Faculty | Highlights
The following are selected highlights of recent faculty scholarship.
To learn more, visit www.brooklaw.edu/facultyscholarship →
William Araiza

Regents: Resurrecting Animus/Renewing Intent, 51 Seton Hall Law Review 983 (2021)

A sleeper issue in the U.S. Supreme Court’s decision in Department of Homeland Security v. Regents of the University of California, invalidating the Trump administration’s rescission of the Obama-era Deferred Action for Childhood Arrivals program, is the Court’s rejection of the plaintiffs’ equal protection animus claim. That rejection may well portend a revival of the animus concept that many had speculated the Court would abandon after its primary proponent, Justice Anthony Kennedy, left the Court.

Wilfred Codrington III

The People’s Constitution: 200 Years, 27 Amendments, and the Promise of a More Perfect Union (with John Kowal) (The New Press, 2021)

The real history of the Constitution is the astonishing story of how subsequent generations have reshaped this founding document amid some of the most colorful, contested, and controversial battles in American political life. In their book, Codrington and Kowal offer an alternative history of the continuing struggle to realize the Framers’ promise of a more perfect union.
Cynthia Godsoe

The Place of the Prosecutor in Abolitionist Praxis, __ UCLA Law Review __ (forthcoming 2021)

Progressive prosecutors have been widely hailed as the solution to mass incarceration, but Godsoe argues that the legal arm of law enforcement can never be the full answer to its problems. She questions whether the system should be changed from within and if it can be changed from within. Godsoe concludes by gesturing to the limits of all lawyers in fixing the carceral monster they largely created, and a call for greater attention to grassroots bottom-up change.
Robin Effron

Forum Selection Clauses, Non-Signatories, and Personal Jurisdiction, __ Notre Dame Law Review __ (forthcoming 2021) (with John Coyle)

Effron and Coylecritique the rules that determine whether a non-signatory is bound by a forum selection clause. They propose reforms that would impose a degree of order on a fractured due process landscape, and that provide more robust protections to non-signatory defendants.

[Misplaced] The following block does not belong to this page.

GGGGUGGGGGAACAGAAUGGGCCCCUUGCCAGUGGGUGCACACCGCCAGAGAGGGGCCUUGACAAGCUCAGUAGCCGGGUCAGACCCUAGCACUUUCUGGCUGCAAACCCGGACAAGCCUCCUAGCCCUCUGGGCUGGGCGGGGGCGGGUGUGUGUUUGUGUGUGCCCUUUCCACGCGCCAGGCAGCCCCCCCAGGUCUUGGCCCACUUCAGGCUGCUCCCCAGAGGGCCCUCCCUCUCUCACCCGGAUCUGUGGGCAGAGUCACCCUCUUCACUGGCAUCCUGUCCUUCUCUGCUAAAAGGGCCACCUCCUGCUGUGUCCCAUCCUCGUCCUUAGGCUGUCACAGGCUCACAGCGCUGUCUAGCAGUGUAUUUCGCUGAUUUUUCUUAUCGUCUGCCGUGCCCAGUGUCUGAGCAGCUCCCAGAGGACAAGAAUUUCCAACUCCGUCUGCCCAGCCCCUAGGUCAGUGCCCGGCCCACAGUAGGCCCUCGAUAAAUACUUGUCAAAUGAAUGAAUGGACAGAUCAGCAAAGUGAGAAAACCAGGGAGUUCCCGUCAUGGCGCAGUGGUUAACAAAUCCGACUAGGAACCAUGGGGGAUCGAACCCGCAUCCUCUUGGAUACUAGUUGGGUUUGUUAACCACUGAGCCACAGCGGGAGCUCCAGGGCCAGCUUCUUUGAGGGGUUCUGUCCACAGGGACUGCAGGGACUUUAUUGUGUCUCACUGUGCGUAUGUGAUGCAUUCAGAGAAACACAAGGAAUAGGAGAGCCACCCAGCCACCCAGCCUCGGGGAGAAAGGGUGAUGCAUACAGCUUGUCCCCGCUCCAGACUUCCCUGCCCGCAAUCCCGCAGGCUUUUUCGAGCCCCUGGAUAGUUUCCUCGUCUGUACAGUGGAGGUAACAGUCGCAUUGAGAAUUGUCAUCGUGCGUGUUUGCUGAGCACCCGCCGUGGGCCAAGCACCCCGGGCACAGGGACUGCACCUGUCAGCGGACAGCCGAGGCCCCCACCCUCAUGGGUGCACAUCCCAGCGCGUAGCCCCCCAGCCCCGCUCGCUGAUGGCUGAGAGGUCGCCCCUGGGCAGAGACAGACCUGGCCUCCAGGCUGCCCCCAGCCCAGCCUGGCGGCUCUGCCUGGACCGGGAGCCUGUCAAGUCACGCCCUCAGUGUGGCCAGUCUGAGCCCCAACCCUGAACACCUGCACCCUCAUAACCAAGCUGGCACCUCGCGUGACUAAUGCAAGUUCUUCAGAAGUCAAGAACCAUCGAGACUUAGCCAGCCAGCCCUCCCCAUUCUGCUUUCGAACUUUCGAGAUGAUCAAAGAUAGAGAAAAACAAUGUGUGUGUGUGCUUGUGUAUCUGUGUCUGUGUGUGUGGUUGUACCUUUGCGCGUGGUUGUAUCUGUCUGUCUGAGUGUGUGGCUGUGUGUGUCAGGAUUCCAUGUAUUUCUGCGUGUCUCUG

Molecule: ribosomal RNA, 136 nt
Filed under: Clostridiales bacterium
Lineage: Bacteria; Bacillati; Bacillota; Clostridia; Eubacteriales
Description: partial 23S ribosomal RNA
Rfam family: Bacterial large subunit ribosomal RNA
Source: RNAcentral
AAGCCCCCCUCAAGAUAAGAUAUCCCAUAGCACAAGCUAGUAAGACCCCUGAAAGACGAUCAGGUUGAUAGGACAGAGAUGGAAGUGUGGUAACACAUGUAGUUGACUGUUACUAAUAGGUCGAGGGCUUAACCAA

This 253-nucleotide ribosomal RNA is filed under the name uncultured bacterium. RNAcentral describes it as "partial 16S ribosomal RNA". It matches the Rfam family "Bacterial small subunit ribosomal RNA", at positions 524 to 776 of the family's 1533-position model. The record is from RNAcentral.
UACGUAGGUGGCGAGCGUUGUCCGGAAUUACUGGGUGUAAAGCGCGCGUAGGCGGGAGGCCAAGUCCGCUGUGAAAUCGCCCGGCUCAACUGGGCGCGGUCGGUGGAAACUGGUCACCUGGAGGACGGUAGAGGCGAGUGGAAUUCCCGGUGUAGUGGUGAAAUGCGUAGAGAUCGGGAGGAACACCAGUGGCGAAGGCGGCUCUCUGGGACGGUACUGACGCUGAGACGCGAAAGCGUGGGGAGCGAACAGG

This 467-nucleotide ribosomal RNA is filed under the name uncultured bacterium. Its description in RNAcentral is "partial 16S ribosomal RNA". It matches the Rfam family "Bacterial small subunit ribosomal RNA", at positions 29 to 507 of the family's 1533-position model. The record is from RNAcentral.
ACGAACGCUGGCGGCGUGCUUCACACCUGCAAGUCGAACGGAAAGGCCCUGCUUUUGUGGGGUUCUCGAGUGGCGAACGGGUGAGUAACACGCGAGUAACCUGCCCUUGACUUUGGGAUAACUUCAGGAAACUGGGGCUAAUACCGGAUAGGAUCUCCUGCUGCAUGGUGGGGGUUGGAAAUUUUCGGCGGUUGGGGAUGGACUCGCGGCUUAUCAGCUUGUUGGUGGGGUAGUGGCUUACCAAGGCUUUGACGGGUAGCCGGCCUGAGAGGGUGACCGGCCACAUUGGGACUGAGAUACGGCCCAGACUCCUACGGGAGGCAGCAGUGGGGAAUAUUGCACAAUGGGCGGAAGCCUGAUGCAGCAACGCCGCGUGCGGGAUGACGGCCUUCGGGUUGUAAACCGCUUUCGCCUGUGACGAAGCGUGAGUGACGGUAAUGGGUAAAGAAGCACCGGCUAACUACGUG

Andrew Gold

Pernicious Loyalty, 62 William & Mary Law Review 1187 (2021)

Some of the very features of fiduciary loyalty that make it valuable also encourage behaviors harmful to beneficiaries, third parties, or society as a whole. Examples include the corporate director whose concern with shareholder wealth maximization leads to considerable environmental harm and the skillful attorney whose zealous representation undermines justice between the parties. Gold considers the nature of pernicious loyalty together with potential legal responses to its excesses.
Edward Janger

Private Equity & Industries in Transition: Debt, Discharge, & Sam Gerdano, 71 Syracuse Law Review 521 (forthcoming 2021)

Bankruptcies of brick-and-mortar RETAILERS seem to follow a similar path. A private equity firm purchases the retailer, ostensibly to save it, but the firm ultimately fails and liquidates. The predominance of failed rescues does not seem to dissuade investors. Indeed, the private equity firms appear to make a profit while the businesses fail. Janger examines the plausibility of two competing and irreconcilable micro-stories with macro implications: the private equity/market discipline story and the industry-in-transition story, and evaluates the Stop Wall Street Looting Act of 2019 in light of these considerations.
Andrew Jennings

Follow-Up Enforcement, 70 Duke Law Journal 1569 (2021)

When firms break the law, government agencies have the power to bring enforcement actions against them. One of the goals of enforcement is to prevent recidivism. Jennings takes a critical look at the “clawback” approach, under which defendant firms receive penalty credit in exchange for remedial efforts that, it is hoped, will prevent misbehavior tomorrow. Jennings concludes that an alternative “follow-up” approach that credits only firms’ demonstrated results would be more effective and efficient at recidivism prevention.
Alice Ristroph

The Curriculum of the Carceral State, 120 Columbia Law Review 1631 (2020)

Since the middle of the twentieth century, American law schools have offered a course in criminal law in which homicide is the paradigm crime and legality a core organizing principle. The curricular canon depicts criminal law as a necessary and race-neutral response to grave injuries, and it also depicts criminal law as capable of self-restraint through various internal limiting principles. This model does not correspond closely to actual legal practices, but was designed to model what criminal law could become. Ristroph reveals the pro-carceral implications of the prevailing canon and offers the outline of a different model that could alter American attitudes toward criminal law.
Faiza Sayed

Terrorism and the Inherent Right to Self-Defense in Immigration Law, 109 California Law Review 615 (2021)

The Immigration and Nationality Act (INA) deems an individual inadmissible to the United States for having engaged in terrorist activity, but these provisions often have been used to deny relief to individuals who have taken actions in self-defense. Sayed argues that Congress should adopt reforms to ensure that the government does not deny immigration relief to individuals who have exercised this most basic of rights, accomplishing two desired immigration law goals: excluding terrorists and providing protection to individuals fleeing persecution.